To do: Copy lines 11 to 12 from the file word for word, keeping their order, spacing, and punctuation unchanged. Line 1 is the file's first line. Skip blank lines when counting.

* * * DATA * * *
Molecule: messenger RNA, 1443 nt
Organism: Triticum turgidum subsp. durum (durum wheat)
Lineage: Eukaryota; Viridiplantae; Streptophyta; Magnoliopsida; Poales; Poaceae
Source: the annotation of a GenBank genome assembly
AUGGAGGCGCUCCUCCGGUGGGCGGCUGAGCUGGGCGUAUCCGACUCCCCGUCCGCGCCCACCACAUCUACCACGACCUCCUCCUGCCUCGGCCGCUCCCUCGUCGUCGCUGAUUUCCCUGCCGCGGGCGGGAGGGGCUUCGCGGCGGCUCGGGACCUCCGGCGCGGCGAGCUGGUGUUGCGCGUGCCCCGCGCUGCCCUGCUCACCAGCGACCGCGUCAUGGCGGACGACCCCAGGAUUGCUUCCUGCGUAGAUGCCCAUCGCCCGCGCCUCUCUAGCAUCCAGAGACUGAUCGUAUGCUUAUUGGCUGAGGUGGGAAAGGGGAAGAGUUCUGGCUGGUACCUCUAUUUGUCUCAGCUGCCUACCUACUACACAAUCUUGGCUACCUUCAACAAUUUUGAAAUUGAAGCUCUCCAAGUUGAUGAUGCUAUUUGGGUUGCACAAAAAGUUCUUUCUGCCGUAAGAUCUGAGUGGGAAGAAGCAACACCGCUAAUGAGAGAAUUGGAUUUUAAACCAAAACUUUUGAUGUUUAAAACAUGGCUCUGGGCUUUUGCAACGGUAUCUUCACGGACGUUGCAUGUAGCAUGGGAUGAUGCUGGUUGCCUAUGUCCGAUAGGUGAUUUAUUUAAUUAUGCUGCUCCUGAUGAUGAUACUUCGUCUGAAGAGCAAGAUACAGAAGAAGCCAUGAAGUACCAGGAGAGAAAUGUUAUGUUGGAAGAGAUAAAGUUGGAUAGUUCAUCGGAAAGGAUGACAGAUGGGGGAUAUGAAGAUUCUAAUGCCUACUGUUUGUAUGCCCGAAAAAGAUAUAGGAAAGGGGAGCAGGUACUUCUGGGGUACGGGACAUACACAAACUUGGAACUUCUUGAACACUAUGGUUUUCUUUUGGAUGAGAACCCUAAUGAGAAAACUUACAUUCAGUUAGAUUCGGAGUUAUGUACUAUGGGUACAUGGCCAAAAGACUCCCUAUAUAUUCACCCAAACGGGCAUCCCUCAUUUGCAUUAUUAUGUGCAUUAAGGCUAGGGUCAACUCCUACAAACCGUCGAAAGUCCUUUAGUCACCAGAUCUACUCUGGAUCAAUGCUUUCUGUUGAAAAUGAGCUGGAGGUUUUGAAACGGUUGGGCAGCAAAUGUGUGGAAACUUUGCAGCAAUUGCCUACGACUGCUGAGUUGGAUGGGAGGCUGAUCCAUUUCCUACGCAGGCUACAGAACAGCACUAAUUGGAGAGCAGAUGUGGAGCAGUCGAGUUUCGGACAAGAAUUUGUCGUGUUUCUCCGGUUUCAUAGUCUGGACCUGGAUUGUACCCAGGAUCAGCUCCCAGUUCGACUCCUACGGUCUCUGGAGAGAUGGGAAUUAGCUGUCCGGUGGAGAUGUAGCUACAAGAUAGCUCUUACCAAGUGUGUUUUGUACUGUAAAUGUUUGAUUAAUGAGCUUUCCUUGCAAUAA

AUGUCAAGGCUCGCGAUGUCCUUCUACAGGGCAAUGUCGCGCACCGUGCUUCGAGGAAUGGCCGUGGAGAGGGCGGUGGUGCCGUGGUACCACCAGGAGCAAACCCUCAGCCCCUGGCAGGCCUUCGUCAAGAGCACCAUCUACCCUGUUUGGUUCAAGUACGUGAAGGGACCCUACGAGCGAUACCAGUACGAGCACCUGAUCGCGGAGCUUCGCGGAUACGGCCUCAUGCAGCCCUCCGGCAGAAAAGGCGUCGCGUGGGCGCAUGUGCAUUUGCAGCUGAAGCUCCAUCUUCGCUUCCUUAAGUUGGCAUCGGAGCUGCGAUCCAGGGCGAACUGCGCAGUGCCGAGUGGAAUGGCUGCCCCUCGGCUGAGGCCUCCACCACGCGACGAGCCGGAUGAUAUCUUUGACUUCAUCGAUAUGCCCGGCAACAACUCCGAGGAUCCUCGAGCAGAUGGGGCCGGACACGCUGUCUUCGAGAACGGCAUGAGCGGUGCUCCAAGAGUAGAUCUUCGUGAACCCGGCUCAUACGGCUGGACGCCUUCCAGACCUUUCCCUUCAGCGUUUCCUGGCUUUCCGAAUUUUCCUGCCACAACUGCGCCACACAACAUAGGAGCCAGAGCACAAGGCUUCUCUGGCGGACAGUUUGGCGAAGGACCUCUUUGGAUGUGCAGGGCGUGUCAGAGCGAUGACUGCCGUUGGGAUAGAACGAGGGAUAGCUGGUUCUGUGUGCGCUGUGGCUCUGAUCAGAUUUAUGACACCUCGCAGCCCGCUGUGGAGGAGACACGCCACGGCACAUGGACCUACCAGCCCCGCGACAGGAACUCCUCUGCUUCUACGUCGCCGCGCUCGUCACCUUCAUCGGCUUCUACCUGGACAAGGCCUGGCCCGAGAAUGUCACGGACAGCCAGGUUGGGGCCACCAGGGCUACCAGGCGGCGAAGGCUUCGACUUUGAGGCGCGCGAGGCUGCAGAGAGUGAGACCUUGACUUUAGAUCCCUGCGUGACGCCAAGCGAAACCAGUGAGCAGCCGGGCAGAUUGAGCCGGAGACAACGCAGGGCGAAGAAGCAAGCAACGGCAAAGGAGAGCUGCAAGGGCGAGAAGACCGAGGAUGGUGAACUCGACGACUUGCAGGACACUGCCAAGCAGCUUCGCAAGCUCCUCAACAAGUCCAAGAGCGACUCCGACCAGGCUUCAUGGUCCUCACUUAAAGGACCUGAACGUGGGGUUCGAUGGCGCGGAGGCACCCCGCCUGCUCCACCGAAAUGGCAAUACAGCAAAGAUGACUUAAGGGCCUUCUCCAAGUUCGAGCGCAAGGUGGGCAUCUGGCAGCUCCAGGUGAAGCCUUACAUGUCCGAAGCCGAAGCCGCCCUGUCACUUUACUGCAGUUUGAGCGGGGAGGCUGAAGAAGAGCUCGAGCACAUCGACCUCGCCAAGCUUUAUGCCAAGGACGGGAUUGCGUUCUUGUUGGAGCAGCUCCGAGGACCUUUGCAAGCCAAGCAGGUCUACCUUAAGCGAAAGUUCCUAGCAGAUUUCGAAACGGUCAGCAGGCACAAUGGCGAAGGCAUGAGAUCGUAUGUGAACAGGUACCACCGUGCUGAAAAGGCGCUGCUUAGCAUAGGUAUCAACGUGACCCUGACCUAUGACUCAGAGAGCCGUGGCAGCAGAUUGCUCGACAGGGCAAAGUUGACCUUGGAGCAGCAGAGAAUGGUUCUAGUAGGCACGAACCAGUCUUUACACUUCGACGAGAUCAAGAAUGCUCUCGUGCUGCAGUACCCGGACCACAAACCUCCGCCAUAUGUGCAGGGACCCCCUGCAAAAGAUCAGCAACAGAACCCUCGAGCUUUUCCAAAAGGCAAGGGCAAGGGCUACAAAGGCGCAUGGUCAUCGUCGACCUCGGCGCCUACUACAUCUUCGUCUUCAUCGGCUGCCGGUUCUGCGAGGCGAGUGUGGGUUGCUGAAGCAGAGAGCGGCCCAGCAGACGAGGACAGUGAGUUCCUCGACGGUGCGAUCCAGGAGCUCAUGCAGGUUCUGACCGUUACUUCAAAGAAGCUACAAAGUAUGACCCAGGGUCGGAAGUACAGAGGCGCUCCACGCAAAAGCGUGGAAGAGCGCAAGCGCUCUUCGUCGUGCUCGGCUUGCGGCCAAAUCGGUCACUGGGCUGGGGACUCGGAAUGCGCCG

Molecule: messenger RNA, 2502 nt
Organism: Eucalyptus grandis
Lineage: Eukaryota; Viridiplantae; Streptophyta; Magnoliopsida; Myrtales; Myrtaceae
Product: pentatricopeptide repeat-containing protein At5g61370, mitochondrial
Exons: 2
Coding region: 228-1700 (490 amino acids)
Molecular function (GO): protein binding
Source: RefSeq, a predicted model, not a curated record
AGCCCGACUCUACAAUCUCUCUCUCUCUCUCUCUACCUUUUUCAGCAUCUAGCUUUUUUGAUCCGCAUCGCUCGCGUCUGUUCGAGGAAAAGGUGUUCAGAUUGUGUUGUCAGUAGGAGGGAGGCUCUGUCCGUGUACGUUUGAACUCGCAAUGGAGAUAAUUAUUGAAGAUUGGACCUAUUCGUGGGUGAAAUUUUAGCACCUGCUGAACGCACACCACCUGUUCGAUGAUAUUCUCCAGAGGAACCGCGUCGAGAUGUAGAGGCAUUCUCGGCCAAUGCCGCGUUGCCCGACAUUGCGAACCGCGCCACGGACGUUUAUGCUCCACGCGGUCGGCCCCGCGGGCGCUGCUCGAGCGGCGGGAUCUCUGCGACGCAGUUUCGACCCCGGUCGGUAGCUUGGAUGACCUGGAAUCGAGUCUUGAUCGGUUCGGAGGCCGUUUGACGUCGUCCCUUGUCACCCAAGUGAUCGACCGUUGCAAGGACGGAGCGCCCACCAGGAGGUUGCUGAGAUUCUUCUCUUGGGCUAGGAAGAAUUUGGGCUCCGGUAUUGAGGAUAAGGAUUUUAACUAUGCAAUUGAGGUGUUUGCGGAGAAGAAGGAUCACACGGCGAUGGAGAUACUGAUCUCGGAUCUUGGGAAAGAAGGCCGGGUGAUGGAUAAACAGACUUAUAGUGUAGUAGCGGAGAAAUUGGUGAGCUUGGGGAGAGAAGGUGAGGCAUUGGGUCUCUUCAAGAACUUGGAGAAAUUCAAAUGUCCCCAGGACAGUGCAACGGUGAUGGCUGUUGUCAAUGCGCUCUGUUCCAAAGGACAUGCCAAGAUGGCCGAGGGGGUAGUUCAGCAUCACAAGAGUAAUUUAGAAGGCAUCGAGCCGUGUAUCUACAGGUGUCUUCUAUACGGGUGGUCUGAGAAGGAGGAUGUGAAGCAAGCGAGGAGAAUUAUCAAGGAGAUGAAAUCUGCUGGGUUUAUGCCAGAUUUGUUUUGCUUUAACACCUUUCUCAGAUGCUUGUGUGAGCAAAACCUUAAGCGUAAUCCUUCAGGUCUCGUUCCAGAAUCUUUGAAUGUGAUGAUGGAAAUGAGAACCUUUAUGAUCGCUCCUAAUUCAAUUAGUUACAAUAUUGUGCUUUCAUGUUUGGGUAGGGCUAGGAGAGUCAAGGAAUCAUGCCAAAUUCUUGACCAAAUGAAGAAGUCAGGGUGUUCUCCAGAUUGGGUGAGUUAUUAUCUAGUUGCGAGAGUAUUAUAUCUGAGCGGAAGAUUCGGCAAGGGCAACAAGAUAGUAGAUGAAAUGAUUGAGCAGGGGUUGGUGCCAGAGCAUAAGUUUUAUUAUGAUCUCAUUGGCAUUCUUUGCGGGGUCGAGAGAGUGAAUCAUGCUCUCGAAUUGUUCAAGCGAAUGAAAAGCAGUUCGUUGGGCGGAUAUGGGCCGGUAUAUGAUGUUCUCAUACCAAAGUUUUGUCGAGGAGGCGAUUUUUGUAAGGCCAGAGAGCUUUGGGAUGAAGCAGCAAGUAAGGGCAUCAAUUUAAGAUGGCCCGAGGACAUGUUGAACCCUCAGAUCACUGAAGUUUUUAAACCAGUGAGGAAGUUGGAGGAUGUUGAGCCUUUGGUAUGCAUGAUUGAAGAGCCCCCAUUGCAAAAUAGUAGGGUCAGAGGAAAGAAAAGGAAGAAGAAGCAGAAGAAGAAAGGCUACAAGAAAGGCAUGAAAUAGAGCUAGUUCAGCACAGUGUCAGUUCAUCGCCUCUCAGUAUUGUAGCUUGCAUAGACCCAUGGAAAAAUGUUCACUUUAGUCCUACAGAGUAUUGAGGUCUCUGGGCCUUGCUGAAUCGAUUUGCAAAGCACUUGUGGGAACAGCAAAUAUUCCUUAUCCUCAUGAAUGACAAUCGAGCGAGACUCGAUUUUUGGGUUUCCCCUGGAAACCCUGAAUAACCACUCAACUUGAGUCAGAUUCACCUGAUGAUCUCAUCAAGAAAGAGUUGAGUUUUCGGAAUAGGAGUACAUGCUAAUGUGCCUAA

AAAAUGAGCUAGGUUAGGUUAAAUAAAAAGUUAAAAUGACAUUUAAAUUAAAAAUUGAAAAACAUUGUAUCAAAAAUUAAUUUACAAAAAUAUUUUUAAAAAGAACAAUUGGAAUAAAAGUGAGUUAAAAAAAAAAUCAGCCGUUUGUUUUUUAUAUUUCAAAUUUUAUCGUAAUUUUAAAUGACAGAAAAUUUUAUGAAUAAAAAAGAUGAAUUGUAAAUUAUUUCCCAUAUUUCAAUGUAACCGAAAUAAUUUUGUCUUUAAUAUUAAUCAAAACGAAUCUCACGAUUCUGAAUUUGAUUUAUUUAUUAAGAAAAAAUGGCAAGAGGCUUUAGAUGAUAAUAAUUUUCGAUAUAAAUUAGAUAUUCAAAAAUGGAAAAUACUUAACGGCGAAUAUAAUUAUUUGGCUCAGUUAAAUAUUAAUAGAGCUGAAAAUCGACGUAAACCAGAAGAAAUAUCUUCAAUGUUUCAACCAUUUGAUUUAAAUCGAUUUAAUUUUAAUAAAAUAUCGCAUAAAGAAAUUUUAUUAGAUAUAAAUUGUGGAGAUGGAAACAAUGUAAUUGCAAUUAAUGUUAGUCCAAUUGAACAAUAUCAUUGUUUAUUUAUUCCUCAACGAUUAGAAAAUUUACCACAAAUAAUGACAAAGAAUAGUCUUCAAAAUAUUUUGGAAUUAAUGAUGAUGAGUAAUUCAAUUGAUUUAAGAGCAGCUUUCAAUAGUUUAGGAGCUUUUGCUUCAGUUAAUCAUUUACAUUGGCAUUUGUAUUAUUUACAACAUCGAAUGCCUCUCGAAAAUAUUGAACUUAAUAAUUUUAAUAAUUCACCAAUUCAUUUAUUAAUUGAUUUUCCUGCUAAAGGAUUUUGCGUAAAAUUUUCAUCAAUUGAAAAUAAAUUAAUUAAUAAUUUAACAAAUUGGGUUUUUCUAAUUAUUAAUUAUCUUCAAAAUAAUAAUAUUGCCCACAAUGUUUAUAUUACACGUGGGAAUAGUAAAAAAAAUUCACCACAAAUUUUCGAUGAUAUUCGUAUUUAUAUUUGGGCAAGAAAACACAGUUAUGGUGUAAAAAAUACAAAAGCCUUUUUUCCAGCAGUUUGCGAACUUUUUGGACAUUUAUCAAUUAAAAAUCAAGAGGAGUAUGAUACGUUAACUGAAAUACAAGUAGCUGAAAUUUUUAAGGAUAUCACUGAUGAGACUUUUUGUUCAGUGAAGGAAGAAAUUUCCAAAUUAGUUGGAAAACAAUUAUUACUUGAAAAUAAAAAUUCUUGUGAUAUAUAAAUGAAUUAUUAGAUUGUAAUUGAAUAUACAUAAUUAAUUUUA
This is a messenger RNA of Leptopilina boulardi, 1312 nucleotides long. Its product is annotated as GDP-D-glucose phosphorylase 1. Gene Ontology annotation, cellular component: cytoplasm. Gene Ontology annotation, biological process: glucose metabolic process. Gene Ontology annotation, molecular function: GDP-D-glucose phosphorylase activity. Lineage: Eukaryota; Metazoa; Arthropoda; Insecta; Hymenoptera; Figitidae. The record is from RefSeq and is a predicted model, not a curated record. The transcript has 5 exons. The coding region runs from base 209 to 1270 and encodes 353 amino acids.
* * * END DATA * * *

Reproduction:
Exons: 2
Coding region: 228-1700 (490 amino acids)